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BLACK ANDIE’S TALE OF TOD LAPRAIK
I have yet said little of the Highlanders. They were all three of the followers of James More, which bound the accusation very tight about their master’s neck. All understood a word or two of English; but Neil was the only one who judged he had enough of it for general converse, in which (when once he got embarked) his company was often tempted to the contrary opinion. They were tractable, simple creatures; showed much more courtesy than might have been expected from their raggedness and their uncouth appearance, and fell spontaneously to be like three servants for Andie and myself.
Dwelling in that isolated place, in the old falling ruins of a prison, and among endless strange sounds of the sea and the sea-birds, I thought I perceived in them early the effects of superstitious fear. When there was nothing doing they would either lie and sleep, for which their appetite appeared insatiable, or Neil would entertain the others with stories which seemed always of a terrifying strain. If neither of these delights were within reach—if perhaps two were sleeping and the third could find no means to follow their example—I would see him sit and listen and look about him in a progression of uneasiness, starting, his face blenching, his hands clutched, a man strung like a bow. The nature of these fears I had never an occasion to find out, but the sight of them was catching, and the nature of the place that we were in favourable to alarms. I can find no word for it in the English, but Andie had an expression for it in the Scots from which he never varied.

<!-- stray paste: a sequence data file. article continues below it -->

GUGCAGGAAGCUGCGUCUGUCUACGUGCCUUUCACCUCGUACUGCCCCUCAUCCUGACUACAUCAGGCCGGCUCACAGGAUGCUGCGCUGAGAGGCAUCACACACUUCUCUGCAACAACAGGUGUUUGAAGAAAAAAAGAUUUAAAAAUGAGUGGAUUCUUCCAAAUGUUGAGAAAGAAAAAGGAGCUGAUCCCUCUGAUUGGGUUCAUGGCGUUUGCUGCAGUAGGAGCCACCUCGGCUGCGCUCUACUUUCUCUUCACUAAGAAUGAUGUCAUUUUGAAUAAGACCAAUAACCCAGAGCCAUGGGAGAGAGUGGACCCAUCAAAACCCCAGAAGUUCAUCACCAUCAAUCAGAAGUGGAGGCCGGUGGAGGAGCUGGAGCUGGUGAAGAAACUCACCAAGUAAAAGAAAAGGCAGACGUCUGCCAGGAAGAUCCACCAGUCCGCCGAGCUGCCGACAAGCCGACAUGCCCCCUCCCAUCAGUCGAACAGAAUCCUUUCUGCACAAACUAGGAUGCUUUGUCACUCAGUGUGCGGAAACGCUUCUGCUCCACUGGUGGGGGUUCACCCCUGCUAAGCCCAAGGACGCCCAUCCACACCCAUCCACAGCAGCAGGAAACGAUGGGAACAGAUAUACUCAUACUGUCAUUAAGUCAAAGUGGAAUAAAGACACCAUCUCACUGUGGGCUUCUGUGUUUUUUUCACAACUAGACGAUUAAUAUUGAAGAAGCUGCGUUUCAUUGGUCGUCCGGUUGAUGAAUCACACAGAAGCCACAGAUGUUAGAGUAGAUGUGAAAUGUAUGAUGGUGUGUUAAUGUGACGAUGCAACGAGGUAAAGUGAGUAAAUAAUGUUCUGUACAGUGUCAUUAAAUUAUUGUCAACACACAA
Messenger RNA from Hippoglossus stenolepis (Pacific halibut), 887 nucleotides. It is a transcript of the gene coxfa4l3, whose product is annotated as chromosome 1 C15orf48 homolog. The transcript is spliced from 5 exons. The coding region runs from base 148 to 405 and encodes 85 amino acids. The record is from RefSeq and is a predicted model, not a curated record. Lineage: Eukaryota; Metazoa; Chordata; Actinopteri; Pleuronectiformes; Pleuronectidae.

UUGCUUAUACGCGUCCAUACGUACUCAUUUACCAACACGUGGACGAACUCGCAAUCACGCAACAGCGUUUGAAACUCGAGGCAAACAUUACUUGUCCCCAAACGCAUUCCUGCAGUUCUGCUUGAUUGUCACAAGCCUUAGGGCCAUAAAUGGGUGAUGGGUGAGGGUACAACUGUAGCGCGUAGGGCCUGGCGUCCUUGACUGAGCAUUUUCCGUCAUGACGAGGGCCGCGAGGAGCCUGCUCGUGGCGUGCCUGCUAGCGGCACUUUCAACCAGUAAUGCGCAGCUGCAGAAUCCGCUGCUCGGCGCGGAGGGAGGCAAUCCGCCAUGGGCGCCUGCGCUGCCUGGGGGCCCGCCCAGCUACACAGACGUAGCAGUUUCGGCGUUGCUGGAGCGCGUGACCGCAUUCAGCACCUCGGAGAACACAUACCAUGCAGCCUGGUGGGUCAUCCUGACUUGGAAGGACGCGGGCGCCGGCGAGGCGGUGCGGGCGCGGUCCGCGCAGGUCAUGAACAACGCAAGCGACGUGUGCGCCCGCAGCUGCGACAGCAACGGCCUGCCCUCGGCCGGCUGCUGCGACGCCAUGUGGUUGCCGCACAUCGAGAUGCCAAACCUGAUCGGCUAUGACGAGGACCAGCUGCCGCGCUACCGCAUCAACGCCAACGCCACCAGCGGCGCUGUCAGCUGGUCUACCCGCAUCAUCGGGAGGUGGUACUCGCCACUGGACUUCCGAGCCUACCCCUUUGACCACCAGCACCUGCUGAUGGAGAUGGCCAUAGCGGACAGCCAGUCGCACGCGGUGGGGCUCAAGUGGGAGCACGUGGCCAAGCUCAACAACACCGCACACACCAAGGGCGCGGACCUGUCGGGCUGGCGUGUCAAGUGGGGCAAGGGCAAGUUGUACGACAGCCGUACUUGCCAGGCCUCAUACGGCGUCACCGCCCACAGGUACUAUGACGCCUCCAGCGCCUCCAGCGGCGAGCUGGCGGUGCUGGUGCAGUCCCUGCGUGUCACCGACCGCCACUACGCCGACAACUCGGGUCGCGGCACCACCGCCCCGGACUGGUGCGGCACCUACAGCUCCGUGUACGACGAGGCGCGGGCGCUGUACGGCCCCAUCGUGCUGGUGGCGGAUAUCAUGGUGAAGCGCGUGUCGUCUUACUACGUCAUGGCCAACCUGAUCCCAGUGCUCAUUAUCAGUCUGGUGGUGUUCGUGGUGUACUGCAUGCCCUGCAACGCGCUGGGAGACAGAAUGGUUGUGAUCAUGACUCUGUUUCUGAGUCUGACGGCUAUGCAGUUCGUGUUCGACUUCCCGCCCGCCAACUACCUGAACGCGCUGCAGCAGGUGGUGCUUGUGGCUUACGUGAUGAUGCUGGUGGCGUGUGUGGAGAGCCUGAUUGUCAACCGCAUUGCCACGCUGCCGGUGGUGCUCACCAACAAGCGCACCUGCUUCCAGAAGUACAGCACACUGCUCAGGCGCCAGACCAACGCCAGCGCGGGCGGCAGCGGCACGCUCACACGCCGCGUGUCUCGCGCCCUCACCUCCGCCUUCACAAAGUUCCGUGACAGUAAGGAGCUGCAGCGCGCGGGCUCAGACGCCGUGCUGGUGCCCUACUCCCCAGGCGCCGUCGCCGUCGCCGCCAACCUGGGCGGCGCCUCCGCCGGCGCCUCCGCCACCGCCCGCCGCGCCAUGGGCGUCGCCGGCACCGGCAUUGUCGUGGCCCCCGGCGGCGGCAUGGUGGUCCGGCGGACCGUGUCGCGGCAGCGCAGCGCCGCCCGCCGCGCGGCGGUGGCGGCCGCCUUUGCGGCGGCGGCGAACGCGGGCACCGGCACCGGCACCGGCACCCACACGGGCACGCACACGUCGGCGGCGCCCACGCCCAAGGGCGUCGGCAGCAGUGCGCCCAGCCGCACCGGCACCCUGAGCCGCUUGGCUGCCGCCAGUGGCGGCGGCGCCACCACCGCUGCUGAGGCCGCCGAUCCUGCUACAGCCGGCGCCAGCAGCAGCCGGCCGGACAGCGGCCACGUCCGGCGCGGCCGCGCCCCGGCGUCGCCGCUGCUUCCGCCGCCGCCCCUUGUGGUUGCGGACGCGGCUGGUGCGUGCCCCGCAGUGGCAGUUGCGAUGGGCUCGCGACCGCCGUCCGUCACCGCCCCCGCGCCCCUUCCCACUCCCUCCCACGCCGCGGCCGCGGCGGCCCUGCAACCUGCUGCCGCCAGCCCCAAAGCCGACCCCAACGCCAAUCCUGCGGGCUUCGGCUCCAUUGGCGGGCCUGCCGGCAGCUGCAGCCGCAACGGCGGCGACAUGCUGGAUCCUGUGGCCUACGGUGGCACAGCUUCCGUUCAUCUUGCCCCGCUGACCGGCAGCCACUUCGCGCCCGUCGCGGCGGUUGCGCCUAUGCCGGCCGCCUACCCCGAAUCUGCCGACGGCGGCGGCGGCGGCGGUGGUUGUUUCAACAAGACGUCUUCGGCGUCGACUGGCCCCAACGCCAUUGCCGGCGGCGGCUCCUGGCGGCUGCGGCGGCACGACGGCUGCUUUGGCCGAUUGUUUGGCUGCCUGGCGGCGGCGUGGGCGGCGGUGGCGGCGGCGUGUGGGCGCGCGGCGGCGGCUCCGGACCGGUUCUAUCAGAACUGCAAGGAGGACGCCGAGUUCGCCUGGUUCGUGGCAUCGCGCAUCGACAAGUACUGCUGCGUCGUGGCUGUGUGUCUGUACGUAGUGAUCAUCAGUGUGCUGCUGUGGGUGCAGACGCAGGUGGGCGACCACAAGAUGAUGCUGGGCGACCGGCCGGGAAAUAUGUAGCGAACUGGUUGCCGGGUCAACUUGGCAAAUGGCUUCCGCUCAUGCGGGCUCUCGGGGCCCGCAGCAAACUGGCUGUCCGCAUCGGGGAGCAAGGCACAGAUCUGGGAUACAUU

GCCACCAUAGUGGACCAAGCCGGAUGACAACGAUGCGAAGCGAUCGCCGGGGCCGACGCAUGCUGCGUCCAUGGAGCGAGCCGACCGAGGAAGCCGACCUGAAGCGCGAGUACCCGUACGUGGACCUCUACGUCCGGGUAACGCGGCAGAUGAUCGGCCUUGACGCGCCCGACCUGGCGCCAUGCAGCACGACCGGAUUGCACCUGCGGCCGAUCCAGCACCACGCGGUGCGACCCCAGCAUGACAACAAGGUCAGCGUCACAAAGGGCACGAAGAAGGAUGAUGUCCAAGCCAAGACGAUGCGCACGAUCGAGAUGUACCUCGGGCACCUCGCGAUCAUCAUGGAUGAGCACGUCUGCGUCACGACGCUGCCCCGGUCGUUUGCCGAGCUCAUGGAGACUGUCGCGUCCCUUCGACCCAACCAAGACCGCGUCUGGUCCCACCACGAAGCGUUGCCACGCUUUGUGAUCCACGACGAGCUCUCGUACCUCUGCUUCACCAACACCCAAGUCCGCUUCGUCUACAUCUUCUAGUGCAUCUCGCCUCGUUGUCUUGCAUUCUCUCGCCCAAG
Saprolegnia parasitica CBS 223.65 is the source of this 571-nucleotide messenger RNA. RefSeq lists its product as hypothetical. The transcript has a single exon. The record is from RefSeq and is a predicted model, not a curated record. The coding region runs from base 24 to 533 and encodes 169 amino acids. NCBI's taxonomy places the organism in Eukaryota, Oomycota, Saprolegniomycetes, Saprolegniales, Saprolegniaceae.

“Ay,” he would say, “it’s an unco place, the Bass.” It is so I always think of it. It was an unco place by night, unco by day; and these were unco sounds, of the calling of the solans, and the plash of the sea and the rock echoes, that hung continually in our ears. It was chiefly so in moderate weather. When the waves were anyway great they roared about the rock like thunder and the drums of armies, dreadful but merry to hear; and it was in the calm days that a man could daunt himself with listening—not a Highlandman only, as I several times experimented on myself, so many still, hollow noises haunted and reverberated in the porches of the rock.
This brings me to a story I heard, and a scene I took part in, which quite changed our terms of living, and had a great effect on my departure. It chanced one night I fell in a muse beside the fire and (that little air of Alan’s coming back to my memory) began to whistle. A hand was laid upon my arm, and the voice of Neil bade me to stop, for it was not “canny musics.”
“Not canny?” I asked. “How can that be?”
“Na,” said he; “it will be made by a bogle and her wanting ta heid upon his body."
“Well,” said I, “there can be no bogles here, Neil; for it’s not likely they would fash themselves to frighten solan geese.”